When American parents say “no”, they just say “no”. They don’t say why they are saying no, they don’t explain to their child why the child’s behavior or request should be denied, and if they do, they don’t wait for the child to articulate an answer, which can take up to ten minutes. They lose all credibility that way.

American parents also expect children to throw temper tantrums, so when one happens, they rarely try to explore why. When American children ask their American parents why? or, why not? the parents typically don’t make a genuine effort to provide an understandable and coherent answer. They just think that asking someone for their reasons or motivations is hostile. It’s a cultural limitation that cannot be overcome.

And when one tells them that they should provide children with reasons, American parents think that you do not understand parenting, children just behave like that. And if your child is different, she was born with a different character, and you are lucky.

Americans, in fact, view questions about their reasons and motivations as hostile interrogation. So, when children attempt to explore that with them, they view it as an hostile inquiry, unlike the French and many other cultures. Rather than try to cultivate that form of inquiry, as French parents do, Americans try to suppress it.

And why do you ask me all these questions? There is no hope, Americans don’t have the concepts!”

I suggested that it was a bit like explaining the Hahn-Banach theorem to someone who does not know there is such a thing as functional analysis. The francophile American mother threw a Gallic shrug:”Yes, for Americans, reason is like a foreign language they never encountered before!

If anything her very French like reaction showed that Americanization is fully reversible. 

Here is Pamela from the Wall Street Journal again:

“France is the perfect foil for the current problems in American parenting. Middle-class French parents (I didn’t follow the very rich or poor) have values that look familiar to me. They are zealous about talking to their kids, showing them nature and reading them lots of books. They take them to tennis lessons, painting classes and interactive science museums.

Yet the French have managed to be involved with their families without becoming obsessive. They assume that even good parents aren’t at the constant service of their children, and that there is no need to feel guilty about this… French parents want their kids to be stimulated, but not all the time. While some American toddlers are getting Mandarin tutors and preliteracy training, French kids are—by design—toddling around by themselves…

Of course, the French have all kinds of public services that help to make having kids more appealing and less stressful. Parents don’t have to pay for preschool, worry about health insurance or save for college. Many get monthly cash allotments—wired directly into their bank accounts—just for having kids.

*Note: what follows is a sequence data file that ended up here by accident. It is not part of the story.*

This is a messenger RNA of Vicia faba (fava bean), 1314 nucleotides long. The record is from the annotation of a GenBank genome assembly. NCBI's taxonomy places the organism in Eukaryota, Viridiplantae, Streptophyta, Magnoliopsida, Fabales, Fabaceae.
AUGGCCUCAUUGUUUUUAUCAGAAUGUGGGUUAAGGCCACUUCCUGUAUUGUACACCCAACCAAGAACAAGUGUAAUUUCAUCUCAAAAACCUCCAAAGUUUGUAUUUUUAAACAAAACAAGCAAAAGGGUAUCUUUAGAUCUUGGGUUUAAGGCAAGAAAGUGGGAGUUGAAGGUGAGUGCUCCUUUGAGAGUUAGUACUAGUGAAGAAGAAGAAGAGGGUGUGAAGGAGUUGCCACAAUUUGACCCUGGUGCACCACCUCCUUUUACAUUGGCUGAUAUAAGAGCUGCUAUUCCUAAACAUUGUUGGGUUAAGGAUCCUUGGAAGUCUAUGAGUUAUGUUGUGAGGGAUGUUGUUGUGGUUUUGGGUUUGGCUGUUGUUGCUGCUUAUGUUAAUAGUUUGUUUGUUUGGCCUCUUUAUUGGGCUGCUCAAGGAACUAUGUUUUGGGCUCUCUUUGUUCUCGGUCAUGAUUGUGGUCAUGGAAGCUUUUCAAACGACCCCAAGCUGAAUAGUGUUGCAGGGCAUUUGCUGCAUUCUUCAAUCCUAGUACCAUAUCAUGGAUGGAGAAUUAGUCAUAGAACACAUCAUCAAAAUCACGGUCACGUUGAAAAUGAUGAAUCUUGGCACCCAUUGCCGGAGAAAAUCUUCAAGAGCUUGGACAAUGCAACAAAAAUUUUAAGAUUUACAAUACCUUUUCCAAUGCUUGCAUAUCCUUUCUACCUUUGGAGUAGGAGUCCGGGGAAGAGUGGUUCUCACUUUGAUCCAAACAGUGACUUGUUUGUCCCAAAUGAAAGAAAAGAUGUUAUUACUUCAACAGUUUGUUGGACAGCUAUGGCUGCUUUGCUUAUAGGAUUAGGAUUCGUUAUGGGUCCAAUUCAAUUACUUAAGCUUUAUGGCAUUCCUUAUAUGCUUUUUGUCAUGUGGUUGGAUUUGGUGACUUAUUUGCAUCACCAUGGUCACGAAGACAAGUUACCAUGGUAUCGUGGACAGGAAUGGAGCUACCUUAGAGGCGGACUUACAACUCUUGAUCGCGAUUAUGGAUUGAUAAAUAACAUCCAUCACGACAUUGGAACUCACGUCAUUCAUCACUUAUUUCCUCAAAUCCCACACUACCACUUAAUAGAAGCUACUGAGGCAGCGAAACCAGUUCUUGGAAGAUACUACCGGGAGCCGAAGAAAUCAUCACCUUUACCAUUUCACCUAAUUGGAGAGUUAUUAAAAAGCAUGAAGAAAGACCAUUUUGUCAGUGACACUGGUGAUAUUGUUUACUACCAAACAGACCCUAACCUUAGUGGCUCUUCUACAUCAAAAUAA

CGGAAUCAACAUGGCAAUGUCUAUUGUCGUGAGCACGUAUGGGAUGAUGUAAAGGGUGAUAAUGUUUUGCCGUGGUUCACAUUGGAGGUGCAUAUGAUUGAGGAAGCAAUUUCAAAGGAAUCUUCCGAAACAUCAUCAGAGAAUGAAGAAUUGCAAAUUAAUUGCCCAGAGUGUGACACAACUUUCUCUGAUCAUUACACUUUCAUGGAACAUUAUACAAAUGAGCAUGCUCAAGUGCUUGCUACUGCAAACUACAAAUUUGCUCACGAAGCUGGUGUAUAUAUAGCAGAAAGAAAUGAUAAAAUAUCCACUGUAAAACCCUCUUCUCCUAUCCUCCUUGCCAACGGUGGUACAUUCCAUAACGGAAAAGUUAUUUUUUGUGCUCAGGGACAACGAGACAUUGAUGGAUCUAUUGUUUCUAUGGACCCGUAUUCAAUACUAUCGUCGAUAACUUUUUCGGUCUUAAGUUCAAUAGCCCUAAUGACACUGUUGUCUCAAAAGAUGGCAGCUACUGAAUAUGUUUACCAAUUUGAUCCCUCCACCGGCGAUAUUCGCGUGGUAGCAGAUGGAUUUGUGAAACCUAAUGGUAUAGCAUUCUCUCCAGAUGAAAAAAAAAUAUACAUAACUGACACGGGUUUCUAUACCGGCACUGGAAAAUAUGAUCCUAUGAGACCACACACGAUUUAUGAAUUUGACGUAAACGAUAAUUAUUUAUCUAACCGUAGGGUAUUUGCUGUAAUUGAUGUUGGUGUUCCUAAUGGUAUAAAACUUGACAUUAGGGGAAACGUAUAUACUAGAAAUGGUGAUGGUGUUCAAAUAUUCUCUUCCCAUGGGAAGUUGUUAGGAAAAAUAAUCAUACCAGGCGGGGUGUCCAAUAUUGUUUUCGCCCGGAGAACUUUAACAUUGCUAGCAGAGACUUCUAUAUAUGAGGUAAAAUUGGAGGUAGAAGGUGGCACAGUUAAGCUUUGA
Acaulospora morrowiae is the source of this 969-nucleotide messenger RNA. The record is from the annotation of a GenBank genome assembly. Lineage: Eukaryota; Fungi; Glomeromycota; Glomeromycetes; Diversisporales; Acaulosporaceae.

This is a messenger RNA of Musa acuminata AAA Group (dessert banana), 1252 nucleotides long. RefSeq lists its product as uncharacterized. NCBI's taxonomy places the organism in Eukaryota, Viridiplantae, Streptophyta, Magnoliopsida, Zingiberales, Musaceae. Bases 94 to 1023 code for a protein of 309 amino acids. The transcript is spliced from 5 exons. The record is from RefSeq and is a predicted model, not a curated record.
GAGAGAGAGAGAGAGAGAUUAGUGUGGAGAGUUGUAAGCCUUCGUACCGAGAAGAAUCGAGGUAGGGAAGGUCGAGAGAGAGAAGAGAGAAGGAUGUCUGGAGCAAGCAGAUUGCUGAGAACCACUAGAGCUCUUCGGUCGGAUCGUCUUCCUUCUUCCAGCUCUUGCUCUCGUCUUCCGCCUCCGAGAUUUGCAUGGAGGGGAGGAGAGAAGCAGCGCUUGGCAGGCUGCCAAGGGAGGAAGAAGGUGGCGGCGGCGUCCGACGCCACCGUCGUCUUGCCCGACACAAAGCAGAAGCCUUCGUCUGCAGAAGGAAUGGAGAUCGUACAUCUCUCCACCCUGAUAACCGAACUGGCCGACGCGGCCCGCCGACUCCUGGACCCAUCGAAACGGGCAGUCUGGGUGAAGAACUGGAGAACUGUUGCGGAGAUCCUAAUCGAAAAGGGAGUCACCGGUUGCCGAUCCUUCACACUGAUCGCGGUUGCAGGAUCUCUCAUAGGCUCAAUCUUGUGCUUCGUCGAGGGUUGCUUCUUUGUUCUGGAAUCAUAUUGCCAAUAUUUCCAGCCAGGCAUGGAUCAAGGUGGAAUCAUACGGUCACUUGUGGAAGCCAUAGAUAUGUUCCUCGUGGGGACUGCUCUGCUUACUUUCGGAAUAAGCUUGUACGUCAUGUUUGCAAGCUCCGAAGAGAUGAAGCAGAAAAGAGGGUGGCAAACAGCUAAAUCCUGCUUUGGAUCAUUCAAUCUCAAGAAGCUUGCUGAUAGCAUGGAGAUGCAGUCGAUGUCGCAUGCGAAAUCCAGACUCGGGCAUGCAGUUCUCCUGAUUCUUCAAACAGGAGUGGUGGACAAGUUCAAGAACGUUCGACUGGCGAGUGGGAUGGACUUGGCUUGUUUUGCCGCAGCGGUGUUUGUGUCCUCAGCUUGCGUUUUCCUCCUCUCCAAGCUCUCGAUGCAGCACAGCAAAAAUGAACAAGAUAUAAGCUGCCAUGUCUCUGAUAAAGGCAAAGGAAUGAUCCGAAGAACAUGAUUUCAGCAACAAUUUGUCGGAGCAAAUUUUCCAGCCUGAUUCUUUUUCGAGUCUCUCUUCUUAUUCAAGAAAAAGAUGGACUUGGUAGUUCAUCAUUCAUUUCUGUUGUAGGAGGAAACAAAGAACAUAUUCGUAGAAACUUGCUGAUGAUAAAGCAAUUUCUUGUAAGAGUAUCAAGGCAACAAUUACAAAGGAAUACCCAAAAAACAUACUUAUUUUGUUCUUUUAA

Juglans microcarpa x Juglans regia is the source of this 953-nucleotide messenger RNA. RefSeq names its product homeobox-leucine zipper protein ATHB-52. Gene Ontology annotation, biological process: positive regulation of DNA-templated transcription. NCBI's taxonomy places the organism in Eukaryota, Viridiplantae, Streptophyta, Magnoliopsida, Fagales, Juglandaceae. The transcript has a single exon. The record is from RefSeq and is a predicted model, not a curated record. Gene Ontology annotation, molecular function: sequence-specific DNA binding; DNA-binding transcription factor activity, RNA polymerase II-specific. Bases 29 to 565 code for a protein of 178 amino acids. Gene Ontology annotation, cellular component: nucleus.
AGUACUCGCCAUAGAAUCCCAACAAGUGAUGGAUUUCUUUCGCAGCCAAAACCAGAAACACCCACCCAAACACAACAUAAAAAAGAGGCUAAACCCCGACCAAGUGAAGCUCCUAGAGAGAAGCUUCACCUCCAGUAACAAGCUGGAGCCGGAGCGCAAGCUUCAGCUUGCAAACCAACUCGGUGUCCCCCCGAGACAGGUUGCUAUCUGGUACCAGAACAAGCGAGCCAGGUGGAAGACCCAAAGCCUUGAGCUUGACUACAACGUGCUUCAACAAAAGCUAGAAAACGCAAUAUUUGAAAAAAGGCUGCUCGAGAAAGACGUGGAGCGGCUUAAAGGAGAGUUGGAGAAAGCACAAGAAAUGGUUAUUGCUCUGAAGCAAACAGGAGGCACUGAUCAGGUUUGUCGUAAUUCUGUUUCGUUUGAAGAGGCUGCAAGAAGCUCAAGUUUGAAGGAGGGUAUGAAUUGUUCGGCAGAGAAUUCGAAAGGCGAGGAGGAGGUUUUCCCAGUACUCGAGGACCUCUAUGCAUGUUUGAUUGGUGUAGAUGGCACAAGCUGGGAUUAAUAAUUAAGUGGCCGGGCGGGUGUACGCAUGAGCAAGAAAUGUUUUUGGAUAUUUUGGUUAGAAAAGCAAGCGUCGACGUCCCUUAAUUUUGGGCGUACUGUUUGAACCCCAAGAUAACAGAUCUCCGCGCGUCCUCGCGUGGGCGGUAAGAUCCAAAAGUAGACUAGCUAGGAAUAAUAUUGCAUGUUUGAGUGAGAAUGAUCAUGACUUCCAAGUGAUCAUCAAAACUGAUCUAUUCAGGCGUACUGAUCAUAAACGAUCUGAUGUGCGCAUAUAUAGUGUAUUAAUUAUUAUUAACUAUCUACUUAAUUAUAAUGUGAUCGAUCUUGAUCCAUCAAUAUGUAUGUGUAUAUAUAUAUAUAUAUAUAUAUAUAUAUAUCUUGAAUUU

But these public services don’t explain all of the differences. The French, I found, seem to have a whole different framework for raising kids. When I asked French parents how they disciplined their children, it took them a few beats just to understand what I meant. “Ah, you mean how do we educate them?” they asked. “Discipline,” I soon realized, is a narrow, seldom-used notion that deals with punishment. Whereas “educating” (which has nothing to do with school) is something they imagined themselves to be doing all the time.

One of the keys to this education is the simple act of learning how to wait…

After a while, it struck me that most French descriptions of American kids include this phrase “n’importe quoi,” meaning “whatever” or “anything they like.” It suggests that the American kids don’t have firm boundaries, that their parents lack authority, and that anything goes. It’s the antithesis of the French ideal of the cadre, or frame, that French parents often talk about. Cadre means that kids have very firm limits about certain things—that’s the frame—and that the parents strictly enforce these. But inside the cadre, French parents entrust their kids with quite a lot of freedom and autonomy.”

Authority is one of the most impressive parts of French parenting—and perhaps the toughest one to master. Many French parents I meet have an easy, calm authority with their children that I can only envy. Their kids actually listen to them. French children aren’t constantly dashing off, talking back, or engaging in prolonged negotiations.”

[—Adapted from “Bringing Up Bébé: One American Mother Discovers the Wisdom of French Parenting,” to be published Tuesday by the Penguin Press. ]

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PHILOSOPHICAL DEEPENING OF THE PRECEDING:

Well, what to dare add for more enlightenment? Fasten seat belts, we are going to philosophical warp speed. The problem with American parenting is deeply entangled with a formal superficiality which is devouring American society, and reason itself. This decerebration is, of course, very comfortable for the “masters of the universe” based in Wall Street.

The USA is supposed to be a democratic republic. The law is the skeleton of such a state, and it is the paradigm of mental organization, collective and individual. The American parenting deficit is a manifestation of an American cultural deficit and its nexus is a sense of justice (or lack thereof).

That cultural deficit is of foremost importance, worldwide, considering the military-economic importance of the USA.

The article in the New Yorker “The Caging Of America” laid the blame of the dismal American “justice” system on the “Bill Of Rights“. That Bill is inferior, experts say, because it emphasizes formality, formalism, and superficiality, in other words, justice as fairness (something Rawls and his “liberal” followers got all confused about).